Guitar lesson for

Banana Pancakes

by Jack Johnson  •  Lesson #148

Video lesson

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Editor’s notes

In this video I’ll teach you how to play “Banana Pancakes” by Jack Johnson - complete with chords, strumming pattern, and intro tab. This is one of my favorite Jack Johnson songs to play, even though it requires quite a bit of practice to get down smoothly! I hope this lesson helps.

Lyrics w/ chords

See my sheet music for the lyrics, with chords typed above.

Chord progression cheat sheet

The two progressions used for most of the song look like this. Note how in the verse, you’re on each chord for 2 counts. In the chorus and bridge, you stay on each chord for 8 counts.

See my sheet music for the chord progression diagrams.

How to play the chords

Here are how to play the guitar chords used in this song, notably in the bar chord style that Jack Johnson uses. Note, these are tough – especially if your goal is to play the entire song (muscles can get tired). If you don’t know barre chords yet, see the net section. Also - you can omit the “7” note of each of these chords if you want (e.g., turn G7 into a G). I’m including them here because that’s how Jack Johnson plays most chords in most songs - but it isn’t truly required in a strict sense.

e ––––3–––––5–––––5–––––3–––––7–––––7–––––
B ––––3–––––7–––––5–––––5–––––7–––––8–––––
G ––––4–––––5–––––5–––––3–––––7–––––7–––––
D ––––3–––––7–––––5–––––5–––––7–––––9–––––
A ––––5–––––5–––––7–––––3–––––9–––––7–––––
E ––––3–––––––––––5–––––––––––7–––––––––––
      G7    D7    Am7   C7   Bm7   Em7

If the above chords are giving you trouble (which is okay, they’re tough) - then use the standard open chords. You can combine these with the main riff and things sound just fine! To be honest, when I play this song complete from end to end, I usually have to use these open chords sometimes just because my hand/wrist muscles get fatigued from dealing with the barre chords.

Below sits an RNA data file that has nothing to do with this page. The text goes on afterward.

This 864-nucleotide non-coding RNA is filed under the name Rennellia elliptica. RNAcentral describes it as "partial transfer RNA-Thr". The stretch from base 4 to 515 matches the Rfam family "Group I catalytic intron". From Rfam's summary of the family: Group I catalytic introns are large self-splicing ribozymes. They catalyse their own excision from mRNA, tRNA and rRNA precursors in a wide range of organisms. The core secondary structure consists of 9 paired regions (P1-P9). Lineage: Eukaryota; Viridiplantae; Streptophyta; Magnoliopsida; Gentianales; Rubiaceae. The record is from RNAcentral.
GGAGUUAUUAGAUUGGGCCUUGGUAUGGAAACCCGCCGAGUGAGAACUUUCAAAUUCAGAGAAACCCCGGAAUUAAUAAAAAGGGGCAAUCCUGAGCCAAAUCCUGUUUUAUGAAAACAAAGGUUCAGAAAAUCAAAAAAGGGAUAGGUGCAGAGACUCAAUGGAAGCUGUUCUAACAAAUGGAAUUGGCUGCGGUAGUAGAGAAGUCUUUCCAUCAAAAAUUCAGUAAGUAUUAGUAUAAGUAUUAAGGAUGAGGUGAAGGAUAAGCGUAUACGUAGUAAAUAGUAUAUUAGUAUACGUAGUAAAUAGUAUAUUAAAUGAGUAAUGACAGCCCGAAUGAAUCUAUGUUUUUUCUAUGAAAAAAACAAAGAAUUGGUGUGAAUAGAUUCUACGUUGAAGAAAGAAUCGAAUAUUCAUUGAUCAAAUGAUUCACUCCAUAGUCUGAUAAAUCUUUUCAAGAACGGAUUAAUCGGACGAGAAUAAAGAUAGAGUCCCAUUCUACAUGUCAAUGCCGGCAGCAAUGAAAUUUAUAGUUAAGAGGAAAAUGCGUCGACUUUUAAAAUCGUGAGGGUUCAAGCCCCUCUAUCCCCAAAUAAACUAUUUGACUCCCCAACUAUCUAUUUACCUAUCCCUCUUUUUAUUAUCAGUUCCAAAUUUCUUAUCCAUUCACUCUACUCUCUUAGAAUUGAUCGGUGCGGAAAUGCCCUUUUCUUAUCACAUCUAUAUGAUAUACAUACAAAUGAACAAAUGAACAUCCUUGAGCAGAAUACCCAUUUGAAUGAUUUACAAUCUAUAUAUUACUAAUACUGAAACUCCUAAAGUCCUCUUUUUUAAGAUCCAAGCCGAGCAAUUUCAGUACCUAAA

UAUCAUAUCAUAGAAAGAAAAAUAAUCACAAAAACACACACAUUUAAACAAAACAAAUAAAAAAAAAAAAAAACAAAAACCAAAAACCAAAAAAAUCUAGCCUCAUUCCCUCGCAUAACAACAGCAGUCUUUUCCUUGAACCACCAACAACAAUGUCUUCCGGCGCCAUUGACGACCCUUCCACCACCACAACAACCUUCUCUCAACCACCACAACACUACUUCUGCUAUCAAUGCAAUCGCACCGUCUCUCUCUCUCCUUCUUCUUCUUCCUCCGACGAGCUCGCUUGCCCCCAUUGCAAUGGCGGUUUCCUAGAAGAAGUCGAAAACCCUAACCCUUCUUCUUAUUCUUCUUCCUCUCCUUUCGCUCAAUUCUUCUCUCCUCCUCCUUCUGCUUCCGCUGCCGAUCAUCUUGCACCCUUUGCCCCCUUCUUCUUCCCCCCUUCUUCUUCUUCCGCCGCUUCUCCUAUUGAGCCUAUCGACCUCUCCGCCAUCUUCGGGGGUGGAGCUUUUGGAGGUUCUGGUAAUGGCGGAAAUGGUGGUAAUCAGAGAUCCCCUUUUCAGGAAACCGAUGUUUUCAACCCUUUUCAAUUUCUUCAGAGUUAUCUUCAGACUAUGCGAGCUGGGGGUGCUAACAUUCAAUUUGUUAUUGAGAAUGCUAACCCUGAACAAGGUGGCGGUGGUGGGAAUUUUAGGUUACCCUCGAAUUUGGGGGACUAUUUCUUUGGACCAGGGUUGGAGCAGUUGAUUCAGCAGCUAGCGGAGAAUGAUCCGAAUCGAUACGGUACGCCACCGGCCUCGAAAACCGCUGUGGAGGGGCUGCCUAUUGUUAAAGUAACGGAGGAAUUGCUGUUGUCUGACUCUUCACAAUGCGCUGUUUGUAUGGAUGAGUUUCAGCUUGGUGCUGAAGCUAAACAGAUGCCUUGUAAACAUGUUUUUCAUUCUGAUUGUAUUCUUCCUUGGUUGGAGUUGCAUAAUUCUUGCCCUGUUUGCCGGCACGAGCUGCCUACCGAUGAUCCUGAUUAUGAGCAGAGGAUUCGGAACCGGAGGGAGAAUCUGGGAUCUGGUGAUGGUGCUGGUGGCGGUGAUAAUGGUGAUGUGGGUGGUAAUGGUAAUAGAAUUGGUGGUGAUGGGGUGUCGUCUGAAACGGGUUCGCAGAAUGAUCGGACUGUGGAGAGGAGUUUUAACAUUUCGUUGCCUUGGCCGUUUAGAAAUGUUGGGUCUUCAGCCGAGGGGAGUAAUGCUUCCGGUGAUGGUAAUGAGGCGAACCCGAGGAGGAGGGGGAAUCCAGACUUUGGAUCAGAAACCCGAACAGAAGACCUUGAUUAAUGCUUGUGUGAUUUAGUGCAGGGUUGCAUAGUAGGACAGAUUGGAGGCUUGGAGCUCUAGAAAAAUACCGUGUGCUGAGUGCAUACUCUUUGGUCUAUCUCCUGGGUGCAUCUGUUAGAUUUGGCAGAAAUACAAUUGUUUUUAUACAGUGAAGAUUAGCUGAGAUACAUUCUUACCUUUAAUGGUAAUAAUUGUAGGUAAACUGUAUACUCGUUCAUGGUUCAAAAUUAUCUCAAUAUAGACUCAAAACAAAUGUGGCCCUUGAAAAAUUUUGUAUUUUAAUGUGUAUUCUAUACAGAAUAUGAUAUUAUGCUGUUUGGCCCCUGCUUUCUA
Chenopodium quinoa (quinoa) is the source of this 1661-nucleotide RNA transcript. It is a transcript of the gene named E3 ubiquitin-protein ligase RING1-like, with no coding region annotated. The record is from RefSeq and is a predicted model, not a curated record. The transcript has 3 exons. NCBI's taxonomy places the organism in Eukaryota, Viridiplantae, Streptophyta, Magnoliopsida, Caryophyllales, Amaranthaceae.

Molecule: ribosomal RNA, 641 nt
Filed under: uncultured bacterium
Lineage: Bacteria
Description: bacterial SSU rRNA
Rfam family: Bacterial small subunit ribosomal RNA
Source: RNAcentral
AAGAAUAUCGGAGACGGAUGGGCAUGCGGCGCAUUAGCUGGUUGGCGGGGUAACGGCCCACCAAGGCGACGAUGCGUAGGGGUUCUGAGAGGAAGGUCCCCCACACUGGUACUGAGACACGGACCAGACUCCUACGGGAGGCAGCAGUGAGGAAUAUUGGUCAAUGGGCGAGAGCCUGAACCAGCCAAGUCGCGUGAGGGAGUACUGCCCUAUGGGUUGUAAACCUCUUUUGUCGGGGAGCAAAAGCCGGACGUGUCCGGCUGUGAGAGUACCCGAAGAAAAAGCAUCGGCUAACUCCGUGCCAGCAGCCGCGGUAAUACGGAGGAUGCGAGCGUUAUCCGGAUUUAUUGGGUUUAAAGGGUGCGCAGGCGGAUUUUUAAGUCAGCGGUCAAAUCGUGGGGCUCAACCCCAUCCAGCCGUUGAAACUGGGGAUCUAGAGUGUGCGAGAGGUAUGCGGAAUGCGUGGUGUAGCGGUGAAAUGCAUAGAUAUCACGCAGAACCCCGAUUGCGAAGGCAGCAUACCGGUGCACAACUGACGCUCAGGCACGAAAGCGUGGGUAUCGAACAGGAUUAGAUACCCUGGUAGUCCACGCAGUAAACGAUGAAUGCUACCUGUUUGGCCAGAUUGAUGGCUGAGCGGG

e ––––3–––––2–––––0–––––0–––––2–––––0–––––
B ––––0–––––1–––––1–––––1–––––3–––––0–––––
G ––––0–––––2–––––2–––––0–––––4–––––0–––––
D ––––0–––––0–––––2–––––2–––––4–––––2–––––
A ––––2–––––––––––0–––––3–––––2–––––2–––––
E ––––3–––––––––––––––––––––––––––––0–––––
      G     D7    Am    C     Bm    Em

How to Play the Riff

There is one distinct riff used throughout this song. Here is how you play it. You’ll want to use your ring finger on the lowest E string, and initially slide your finger up to the 7th fret (which is the first proper note of the riff).

See my sheet music for the tab.

To properly transition from this riff into the G7 or Am7 chord, you’ll need to add the bass note for the chord to the tail end of the riff. Here is the complete intro tabbed in context, using the core of the riff above.

See my sheet music for the tab.

Here’s a secondary version of the riff, used occasionally:

See my sheet music for the tab.

Occasional verse filler riff

There’s a riff I play 0:17 seconds into my video lesson that I want to show the tab for here. It happens during the verse progression (G7-D7-Am7-C7)… where instead of going to the final “C7” chord I do this riff immediately after the Am7. The riff happens under the “*” asterisk shown below.

See my sheet music for the tab.

Strumming patterns and rhythm

This is the final piece of the puzzle. To play this like Jack Johnson, there are in fact two distinct strumming patterns used in this song: one during the verse, and another during the chorus & bridge. You can of course strum things however you want, but I’ll teach you both of these patterns now.

Verse strum pattern

This strum pattern has a very distinct accented strum on the “2” and “4” counts - which is muted immediately after it’s played. To mute (silence) the strings, use the fleshy part of your right hand’s palm to lightly touch all strings - see my video lesson for reference. Another tip: notice how the bass note of each chord is played on the “1” and “3” counts. Again listen to the song and see my video lesson for reference.

Here’s a simple way to write it (though this doesn’t show some of the intricacies of muting the strings and targeting the bass notes).

See my sheet music for the strumming diagrams.

Chorus & bridge strumming pattern

This one is a bit more constant and less punctuated. You still want to keep the accent on the 2 and 4, but in this case those counts will have a muted downstrum that’s accented. This is very common for Jack Johnson. See my video lesson for reference!

See my sheet music for the strumming diagrams.

Good luck!

Thanks for reading! I hope this helped you. Questions? Comments? Requests? Let me know!

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